of solid wire antenna design are eliminated. The design allows
for extremely short pulses, important to many forms of digital
communication and radars. The design further provides the opportunity
to construct an antenna that can be compact and dynamically reconfigured
for frequency, direction, bandwidth, gain and beam width. Plasma
antenna technology will enable antennas to be designed that are
efficient, low in weight and smaller in size than traditional
solid wire antennas.
When gas is electrically charged, or ionized to a plasma
state it becomes conductive, allowing radio frequency (RF) signals
to be transmitted or received. We employ ionized gas enclosed
in a tube as the conducting element of an antenna. When the gas
is not ionized, the antenna element ceases to exist. This is a
fundamental change from traditional antenna design that generally
employs solid metal wires as the conducting element. We believe
our plasma antenna offers numerous advantages including stealth
for military applications and higher digital performance in commercial
applications. We also believe our technology can compete in many
metal antenna applications.
Initial studies have concluded that a plasma antenna's
performance is equal to a copper wire antenna in every respect.
Plasma antennas can be used for any transmission and/or modulation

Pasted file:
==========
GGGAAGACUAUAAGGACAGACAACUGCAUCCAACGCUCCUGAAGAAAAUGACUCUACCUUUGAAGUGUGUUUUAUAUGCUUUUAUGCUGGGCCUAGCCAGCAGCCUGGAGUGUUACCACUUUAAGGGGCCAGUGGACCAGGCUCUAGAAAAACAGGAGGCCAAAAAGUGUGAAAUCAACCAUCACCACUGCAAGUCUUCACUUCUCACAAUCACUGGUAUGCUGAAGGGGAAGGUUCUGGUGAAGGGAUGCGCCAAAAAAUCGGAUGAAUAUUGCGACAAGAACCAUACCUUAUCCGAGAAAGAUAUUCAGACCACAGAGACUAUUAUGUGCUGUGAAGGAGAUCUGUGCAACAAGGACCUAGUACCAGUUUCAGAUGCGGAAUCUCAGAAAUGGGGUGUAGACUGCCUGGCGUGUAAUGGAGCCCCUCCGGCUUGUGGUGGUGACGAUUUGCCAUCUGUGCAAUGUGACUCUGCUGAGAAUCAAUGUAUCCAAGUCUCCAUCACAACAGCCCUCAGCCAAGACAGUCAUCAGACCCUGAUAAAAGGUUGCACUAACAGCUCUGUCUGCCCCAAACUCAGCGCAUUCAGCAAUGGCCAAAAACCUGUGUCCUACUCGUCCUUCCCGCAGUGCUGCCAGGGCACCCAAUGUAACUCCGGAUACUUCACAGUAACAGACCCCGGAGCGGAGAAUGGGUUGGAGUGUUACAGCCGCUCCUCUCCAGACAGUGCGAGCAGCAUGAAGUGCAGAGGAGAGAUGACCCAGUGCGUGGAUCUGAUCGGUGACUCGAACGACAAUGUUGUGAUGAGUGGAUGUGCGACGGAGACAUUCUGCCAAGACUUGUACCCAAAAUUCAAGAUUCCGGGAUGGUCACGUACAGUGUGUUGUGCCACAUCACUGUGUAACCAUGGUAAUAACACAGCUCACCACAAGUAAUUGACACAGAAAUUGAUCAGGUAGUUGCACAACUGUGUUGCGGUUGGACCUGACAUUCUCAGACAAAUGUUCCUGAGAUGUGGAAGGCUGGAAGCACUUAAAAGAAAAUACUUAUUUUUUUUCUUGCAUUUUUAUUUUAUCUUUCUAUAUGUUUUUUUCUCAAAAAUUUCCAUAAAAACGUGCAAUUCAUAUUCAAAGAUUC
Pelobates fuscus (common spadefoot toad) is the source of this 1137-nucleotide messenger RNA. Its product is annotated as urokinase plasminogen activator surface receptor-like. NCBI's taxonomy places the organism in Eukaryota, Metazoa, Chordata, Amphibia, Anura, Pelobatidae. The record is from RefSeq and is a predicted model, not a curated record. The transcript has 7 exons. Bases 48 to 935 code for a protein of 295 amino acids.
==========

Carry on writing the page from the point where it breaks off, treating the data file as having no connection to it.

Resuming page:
technique: continuous wave (CW), phase modulation, impulse, AM,
FM, chirp, spread spectrum or other digital techniques. And the
plasma antenna can be used over a large frequency range up to
20GHz and employ a wide variety of gases (for example neon, argon,
helium, krypton, mercury vapor and zenon). The same is true as
to its value as a receive antenna.
Applications of Plasma Technology
Plasma antennas offer distinct advantages and can compete
with most metal antenna applications. The plasma antenna's advantages
over conventional metal elements are most obvious in military
applications where stealth and electronic warfare are primary
concerns. Other important military factors are weight, size and
the ability to reconfigure. Potential military applications include:
Shipboard/submarine antenna replacements.
· Unmanned air vehicle sensor antennas.
· IFF ("identification friend or foe") land-based vehicle
· Stealth aircraft antenna replacements.
· Broad band jamming equipment including for spread-spectrum emitters.
· ECM (electronic counter-measure) antennas.
· Phased array element replacements.
· EMI/ECI mitigation
· Detection and tracking of ballistic missiles
· Side and back lobe reduction
Military antenna installations can be quite sophisticated
and just the antenna portion of a communications or radar installation
on a ship or submarine can cost in the millions of dollars.
Plasma antenna technology has commercial applications
in telemetry, broad-band communications, ground penetrating radar,
navigation, weather radar, wind shear detection and collision
avoidance, high-speed data (for example Internet) communication
spread spectrum communication, and cellular radiation protection.
Characteristics of a Plasma Antenna
One fundamental distinguishing feature of a plasma
antenna is that the gas ionizing process can manipulate resistance.
When deionized, the gas has infinite resistance and does not interact
with RF radiation. When deionized the gas antenna will not backscatter
radar waves (providing stealth) and will not absorb high-power
microwave radiation (reducing the effect of electronic warfare